Photos: 70 Years Of Family Photos Are Plastered On This Manhattan Beach House
Manhattan Beach-raised artist Gary Sweeney has created a huge installation of blown-up family portraits on the exterior of his childhood home, which will be demolished next month.
The installation, titled A Manhattan Beach Memoir 1945-2015, features 80 large-scale versions of personal photos of Sweeney and his family, who have lived in the home in Manhattan Beach for 70 years and been a major part of the community. The enlarged photos were printed on plywood and fixed to the entire exterior of the house. Visible from the street and the side alley, the installation is currently on display to the public until February 29. The artist will also lead private tours of the photos in the early evening on Wednesdays this month.
Sweeney, who is now based in San Antonio, felt the project would be a fitting farewell for his childhood home, which will be torn down in March as the family decided to finally sell the property. At the same time the images will serve as a vivid illustration of how Manhattan Beach has changed and evolved over the years.
The collection of photos were taken by Mike Sweeney, Gary's late father, who took hundreds of family photos over the years and developed many of them in dark room in the home. The senior Sweeney—who built the home—was a pillar of the community for decades, serving as an LAPD sergeant, mayor of Manhattan Beach, city councilman, and event PTA president. He was also the owner of Sweeney's Hardware, a long-time Manhattan Beach institution that closed in 1988.
LAist spoke to Gary Sweeney to learn more about his beautiful tribute to his family and the beach community.
What inspired you to create A Manhattan Beach Memoir?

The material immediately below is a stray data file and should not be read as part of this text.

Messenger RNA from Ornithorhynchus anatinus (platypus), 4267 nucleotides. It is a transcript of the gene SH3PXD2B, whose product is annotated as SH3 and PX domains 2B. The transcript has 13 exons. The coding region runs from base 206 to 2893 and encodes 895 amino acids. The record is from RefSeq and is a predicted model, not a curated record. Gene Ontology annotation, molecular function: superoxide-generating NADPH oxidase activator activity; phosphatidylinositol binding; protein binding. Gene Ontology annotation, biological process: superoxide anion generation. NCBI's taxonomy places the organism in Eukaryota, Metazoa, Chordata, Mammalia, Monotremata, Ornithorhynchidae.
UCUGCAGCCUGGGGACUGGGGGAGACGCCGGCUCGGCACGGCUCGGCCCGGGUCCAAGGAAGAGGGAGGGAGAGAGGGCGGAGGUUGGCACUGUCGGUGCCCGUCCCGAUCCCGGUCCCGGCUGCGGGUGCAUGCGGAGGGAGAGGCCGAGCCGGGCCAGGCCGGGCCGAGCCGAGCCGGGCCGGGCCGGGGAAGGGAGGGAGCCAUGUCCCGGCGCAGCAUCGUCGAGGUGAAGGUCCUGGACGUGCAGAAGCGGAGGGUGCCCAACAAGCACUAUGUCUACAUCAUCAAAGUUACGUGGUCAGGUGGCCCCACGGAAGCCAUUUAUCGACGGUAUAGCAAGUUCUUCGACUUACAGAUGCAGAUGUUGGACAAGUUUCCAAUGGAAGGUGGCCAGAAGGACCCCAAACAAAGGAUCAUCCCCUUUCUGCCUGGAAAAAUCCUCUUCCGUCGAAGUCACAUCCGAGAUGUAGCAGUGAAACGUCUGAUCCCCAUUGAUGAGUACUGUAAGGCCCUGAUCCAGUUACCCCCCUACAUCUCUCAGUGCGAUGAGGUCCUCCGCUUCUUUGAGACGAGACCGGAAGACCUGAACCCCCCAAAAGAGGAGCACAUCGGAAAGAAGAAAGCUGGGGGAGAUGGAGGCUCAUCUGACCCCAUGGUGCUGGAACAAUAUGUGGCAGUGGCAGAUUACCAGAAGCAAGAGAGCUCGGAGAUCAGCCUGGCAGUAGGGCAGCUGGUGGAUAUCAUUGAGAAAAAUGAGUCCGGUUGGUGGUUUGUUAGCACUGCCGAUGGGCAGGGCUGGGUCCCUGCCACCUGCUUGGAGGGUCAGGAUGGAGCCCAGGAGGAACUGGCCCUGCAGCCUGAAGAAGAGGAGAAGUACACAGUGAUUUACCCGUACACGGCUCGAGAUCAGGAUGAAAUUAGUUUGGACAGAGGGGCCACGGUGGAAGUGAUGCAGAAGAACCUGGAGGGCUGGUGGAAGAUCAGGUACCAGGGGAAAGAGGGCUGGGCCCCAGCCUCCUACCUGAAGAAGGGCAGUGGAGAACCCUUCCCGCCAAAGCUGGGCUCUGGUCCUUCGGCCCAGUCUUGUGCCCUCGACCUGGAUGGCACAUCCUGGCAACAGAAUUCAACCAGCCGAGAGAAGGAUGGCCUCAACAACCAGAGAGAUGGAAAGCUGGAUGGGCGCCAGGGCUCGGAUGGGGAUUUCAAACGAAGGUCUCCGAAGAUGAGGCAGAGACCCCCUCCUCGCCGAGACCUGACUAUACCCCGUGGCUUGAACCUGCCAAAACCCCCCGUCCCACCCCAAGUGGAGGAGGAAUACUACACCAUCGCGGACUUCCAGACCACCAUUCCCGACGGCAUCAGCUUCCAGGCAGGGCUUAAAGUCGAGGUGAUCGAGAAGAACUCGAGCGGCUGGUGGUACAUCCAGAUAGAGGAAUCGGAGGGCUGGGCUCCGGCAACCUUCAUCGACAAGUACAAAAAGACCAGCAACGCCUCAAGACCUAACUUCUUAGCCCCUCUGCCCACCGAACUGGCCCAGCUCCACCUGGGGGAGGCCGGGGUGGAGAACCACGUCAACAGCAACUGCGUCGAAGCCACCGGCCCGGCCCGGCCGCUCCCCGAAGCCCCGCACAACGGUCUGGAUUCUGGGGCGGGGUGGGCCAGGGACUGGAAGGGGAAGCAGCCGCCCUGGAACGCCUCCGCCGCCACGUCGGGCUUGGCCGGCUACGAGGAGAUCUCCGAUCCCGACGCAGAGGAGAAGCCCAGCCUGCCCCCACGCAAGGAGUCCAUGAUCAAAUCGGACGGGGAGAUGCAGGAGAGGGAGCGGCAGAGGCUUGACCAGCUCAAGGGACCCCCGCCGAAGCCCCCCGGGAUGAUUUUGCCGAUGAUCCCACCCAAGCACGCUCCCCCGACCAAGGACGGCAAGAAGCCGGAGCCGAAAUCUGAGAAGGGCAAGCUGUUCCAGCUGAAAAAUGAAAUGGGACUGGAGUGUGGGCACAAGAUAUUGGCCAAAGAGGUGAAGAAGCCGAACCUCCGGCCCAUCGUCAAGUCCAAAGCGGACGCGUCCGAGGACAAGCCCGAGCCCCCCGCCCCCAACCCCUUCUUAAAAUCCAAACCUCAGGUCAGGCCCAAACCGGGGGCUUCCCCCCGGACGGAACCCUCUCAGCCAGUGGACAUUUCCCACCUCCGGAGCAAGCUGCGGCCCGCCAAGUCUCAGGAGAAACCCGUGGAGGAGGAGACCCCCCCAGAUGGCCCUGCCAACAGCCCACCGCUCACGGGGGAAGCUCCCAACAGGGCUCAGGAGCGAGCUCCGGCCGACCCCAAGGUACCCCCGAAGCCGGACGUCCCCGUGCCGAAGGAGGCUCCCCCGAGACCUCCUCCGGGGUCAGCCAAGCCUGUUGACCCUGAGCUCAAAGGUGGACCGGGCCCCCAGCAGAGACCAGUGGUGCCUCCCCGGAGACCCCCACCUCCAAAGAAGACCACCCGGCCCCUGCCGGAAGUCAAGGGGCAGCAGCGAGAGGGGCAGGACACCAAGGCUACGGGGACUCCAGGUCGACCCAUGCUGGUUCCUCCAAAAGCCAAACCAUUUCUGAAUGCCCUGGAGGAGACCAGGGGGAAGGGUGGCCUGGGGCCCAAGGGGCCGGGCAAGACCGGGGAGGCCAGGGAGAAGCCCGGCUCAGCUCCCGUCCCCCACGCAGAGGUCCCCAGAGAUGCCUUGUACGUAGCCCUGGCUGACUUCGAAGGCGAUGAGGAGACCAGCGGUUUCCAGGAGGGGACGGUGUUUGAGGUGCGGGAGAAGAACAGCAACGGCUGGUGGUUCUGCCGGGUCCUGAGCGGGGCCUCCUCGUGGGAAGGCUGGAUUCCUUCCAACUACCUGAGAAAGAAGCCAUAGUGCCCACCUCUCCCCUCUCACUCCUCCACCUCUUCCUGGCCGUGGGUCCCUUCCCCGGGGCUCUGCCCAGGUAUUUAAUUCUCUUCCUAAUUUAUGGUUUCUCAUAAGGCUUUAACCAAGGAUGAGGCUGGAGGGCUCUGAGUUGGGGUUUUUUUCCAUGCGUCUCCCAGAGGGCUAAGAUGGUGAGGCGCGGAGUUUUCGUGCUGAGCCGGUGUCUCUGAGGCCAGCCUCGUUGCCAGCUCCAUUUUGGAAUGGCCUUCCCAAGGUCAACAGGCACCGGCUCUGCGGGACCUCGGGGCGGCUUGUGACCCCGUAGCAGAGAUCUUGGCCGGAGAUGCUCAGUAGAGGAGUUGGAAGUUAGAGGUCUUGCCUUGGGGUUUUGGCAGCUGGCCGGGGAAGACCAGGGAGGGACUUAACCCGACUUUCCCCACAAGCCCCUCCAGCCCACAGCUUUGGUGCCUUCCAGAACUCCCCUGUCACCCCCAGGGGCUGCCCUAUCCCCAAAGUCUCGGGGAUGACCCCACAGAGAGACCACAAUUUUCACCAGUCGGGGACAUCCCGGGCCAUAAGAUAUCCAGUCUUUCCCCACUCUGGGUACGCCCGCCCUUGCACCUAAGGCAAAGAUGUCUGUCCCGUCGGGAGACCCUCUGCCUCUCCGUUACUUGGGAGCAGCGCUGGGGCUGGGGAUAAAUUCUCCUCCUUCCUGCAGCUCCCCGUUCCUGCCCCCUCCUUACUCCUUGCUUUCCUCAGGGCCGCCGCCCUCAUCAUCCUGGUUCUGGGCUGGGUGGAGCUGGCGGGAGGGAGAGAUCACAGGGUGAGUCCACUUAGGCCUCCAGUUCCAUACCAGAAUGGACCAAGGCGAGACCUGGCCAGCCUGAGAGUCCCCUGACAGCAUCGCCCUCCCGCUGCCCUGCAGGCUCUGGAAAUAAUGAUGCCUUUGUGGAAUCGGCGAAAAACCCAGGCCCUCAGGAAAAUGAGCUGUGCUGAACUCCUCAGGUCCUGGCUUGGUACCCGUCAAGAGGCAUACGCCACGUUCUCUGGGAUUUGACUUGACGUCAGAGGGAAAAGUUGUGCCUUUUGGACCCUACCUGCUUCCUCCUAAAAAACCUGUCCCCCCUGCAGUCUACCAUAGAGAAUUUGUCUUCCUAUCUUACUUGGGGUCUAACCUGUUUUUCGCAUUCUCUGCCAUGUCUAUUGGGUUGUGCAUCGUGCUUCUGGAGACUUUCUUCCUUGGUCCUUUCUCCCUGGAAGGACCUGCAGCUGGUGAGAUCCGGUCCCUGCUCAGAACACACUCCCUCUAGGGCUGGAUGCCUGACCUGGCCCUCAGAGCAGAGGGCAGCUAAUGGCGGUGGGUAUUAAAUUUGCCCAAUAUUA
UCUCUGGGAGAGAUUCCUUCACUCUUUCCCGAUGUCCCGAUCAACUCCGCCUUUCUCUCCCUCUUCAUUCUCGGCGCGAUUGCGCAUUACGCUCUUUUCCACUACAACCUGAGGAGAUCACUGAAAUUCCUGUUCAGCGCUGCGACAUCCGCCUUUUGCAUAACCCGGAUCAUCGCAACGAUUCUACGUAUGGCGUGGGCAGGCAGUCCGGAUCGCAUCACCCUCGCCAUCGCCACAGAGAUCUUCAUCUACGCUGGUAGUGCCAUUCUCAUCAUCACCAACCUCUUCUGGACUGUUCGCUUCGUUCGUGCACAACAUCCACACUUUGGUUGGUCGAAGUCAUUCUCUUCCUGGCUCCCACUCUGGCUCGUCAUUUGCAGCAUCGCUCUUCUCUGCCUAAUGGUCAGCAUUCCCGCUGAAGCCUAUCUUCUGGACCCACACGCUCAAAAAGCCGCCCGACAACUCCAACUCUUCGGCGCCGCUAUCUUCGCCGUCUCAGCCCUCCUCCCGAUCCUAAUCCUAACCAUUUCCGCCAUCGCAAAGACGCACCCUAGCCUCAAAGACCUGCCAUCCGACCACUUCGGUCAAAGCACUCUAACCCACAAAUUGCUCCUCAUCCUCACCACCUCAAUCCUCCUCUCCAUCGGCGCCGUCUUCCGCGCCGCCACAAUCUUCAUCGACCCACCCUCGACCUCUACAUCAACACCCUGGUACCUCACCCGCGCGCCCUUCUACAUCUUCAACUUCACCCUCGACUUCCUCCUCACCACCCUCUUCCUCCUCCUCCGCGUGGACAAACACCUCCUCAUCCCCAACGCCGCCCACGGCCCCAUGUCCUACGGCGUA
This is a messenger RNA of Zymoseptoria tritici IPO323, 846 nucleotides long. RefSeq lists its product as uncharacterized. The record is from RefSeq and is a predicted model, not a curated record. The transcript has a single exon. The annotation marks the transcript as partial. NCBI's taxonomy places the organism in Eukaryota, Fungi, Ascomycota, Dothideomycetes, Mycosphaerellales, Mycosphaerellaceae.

The inspiration came when I sold the house, and it dawned on me that I needed to do something to pay tribute to both the family home and my father's photography.
How does creating the installation on your childhood home instead of in a gallery help inform the work?
I felt that putting the photos directly onto the house made an immediate and direct statement.
How have you seen Manhattan Beach evolve over the years?
Manhattan Beach began evolving in the late 1970s, when people with money began the cycle of buying modest houses, and replacing them with large houses built to maximum size. These would then drive existing prices up, and the cycle would start over.
What are some of your favorite memories of growing up and living in the area?
Growing up at the beach was an idyllic time as a child. We played in the street. We played at the beach after school. We spent the entire summer on the beach, and we never wore shoes during that time. Our parents didn't hover over us, nor did they think it was necessary to be constantly involved in organized activities.
How has your life and your family's life been tied to Manhattan Beach?
I will always be tied to Manhattan Beach. We come out from San Antonio often. I've lived in Denver and San Antonio, and even though I love both places, Manhattan Beach is home. It's in my DNA. Everywhere else is just a mailing address.
How does it feel to say goodbye to your childhood home and how long has your family lived there?
This has been our family home for 70 years. My sister and I came home from the hospital to this house. Both my father and grandmother died in this house. It's going to be very sad to say goodbye.
What are some of your favorite photos from the exhibit?
As you can imagine, every photo holds a special meaning for me, but the ones with me in the Davy Crockett outfit and our dog Cappy are particularly special. And the one where I'm standing on the tricycle seat—that's a favorite!
What are your plans after the demolition, both for yourself and the photographs?
After the exhibit, I'll be taking the photos down and shipping them back to San Antonio. The house will always be in my heart and my memory.
Gary Sweeney will provide guided tours of the exhibit on the remaining Wednesdays of this month (February 10, 17 and 24) from 4 p.m. to 7 p.m. And a special open house will take place on Wednesday, February 10, from 4 p.m. to 7 p.m. The house is located at 320 35th Street, Manhattan Beach.